Skylark Vocal Ensemble of Greater Boston will premiere compositions by Gregory Brown, the brother of Dan Brown, the internationally-bestselling author of “The Da Vinci Code” and the recent “Origin,” during its Feb. 1 performance in Chatham.
“Greg wanted Skylark to premiere it,” Skylark’s Artistic Director Matthew Guard said during a telephone interview from his home in Atlanta last week. “We’re very happy and honored to be asked, you bet.”
The American Voices concert will also feature music by American composers Leonard Bernstein, Morten Lauridsen and Samuel Barber. This concert will mark the group’s third appearance in Chatham. It has also performed in Falmouth.
Guard, a 2002 Harvard University graduate, studied music theory and conducting while majoring in political science. He met his future wife Carolyn, who sings with Skylark, while singing in a Harvard chorus. After college, Guard attended business school in Atlanta, then went to work for Bain & Company. (The Guards co-founded and currently run the business Babiators, which makes children’s sunglasses and accessories.) While there, he took a sabbatical in 2011 to found Skylark. During its first years, the group was based in Atlanta and the Greater Boston area. Now the group performs west and north of Boston as well as on the Cape. Its program consists of music from medieval chants to music composed “yesterday,” Guard says.
Skylark is an a cappella group made up of 16 singers, all of whom are full-time musicians. Some are educators, directing choral groups at Boston Conservatory or teaching at the Berklee College of Music. Others are chamber musicians and vocal soloists. Listed on Skylark’s website are 25 singers with an additional five “frequent flyers.” A typical performance will feature between 10 and 20 singers. Sixteen will perform in Chatham, with Guard conducting.
Guard says he has been a friend of Greg Brown for several years. “He is a very thoughtful composer,” he says. “You can definitely tell the same type of attention to detail and structure that informs his brother’s prose.”
In fact, Brown inspired his brother’s most recent novel “Origin” with his composition “Missa Charles Darwin.” In it, he coupled the text of Darwin’s “On the Origin of Species” with the text of a Latin mass and gave it musical form. Skylark’s program of American Voices emerged from the idea of Brown’s pieces. “I wanted to do American composers – I began with Greg and moved to common threads,” Guard says.
The group will premiere Brown’s “Te Deum,” which was inspired by a Gothic-style stained glass window in the chapel at Phillips Exeter Academy, where Brown’s father taught math and where he grew up. Brown was in the chapel attending the funeral of a family friend when it struck him that he had also attended the friend’s baptism in the same chapel. “Te Deum’s” companion piece is “Sepulchrum Mutum,” based on a Latin poem by Catullus.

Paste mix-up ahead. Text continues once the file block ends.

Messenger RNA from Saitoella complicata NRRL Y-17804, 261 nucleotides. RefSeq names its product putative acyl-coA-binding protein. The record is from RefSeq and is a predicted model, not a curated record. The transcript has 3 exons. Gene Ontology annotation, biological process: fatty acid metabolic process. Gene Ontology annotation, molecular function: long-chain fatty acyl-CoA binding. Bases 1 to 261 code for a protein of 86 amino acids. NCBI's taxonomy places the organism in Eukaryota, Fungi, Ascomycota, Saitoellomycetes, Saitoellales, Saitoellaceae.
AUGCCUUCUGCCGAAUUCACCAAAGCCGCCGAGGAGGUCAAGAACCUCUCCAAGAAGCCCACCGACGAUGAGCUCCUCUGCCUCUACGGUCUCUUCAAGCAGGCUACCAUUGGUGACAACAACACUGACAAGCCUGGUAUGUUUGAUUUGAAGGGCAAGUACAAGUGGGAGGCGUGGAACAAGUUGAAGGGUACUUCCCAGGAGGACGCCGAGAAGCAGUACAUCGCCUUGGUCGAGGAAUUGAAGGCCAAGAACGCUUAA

Guard has paired the two pieces with other American compositions: a psalm by Charles Ives and a neo-renaissance piece by 20th century Boston composer Randall Thompson.
The program includes three pieces Leonard Bernstein composed in 1955 for the play “The Lark,” about the life of Joan of Arc. Lillian Hellman had translated “The Lark” from French, and asked Bernstein to write incidental music for the play. The pieces he composed are “rousing, dreamy medieval pieces,” Guard says.
Following this is the Appalachian folksong “Pretty Saro” for tenors and bass. This introduces the idea of unrequited love, a “big theme” in music, he said. Next comes composer Lauridsen and three of his “Fire Songs.” These come from Italian renaissance poems about love, and represent Lauridsen’s version of a madrigal, Guard says. The madrigals to be performed represent varying moods: dark and brooding, light and lilting and sincere and beautiful.
Next follows Barber’s “Reincarnations” written in 1942 for an a cappella choir. The text is by the Irish poet James Stephens who had taken old Irish poems of the 17th century and translated them to English from Gaelic. Guard chose Barber’s compositions because he learned that Barber influenced Brown.
The concert ends with an arrangement of “Angel Band” by the San Francisco composer Shawn Kirchner.
Skylark, which has earned much critical praise, has also recorded three CDs, the most recent of which is “Winter’s Night,” released on Dec. 8.
The Feb. 1 concert will mark Skylark’s third appearance at St. Christopher’s, which Guard says is now one of his favorite venues.
“It’s not a huge room,” he says. “It has wonderful acoustics. It’s intimate. It’s a perfect venue for a choir of our size.”
Skylark will perform Thursday, Feb. 1 at 7:30 p.m. with a pre-concert talk by Guard at 6:30 p.m. Tickets are $30 at the door for general admission and $10 for students and music educators. For more information visit www.skylarkensemble.org.
Skylark Vocal Ensemble of Greater Boston
At St. Christopher's Church in Chatham
Feb. 1, 7:30 p.m.
Tickets $30, $10 for students and music educators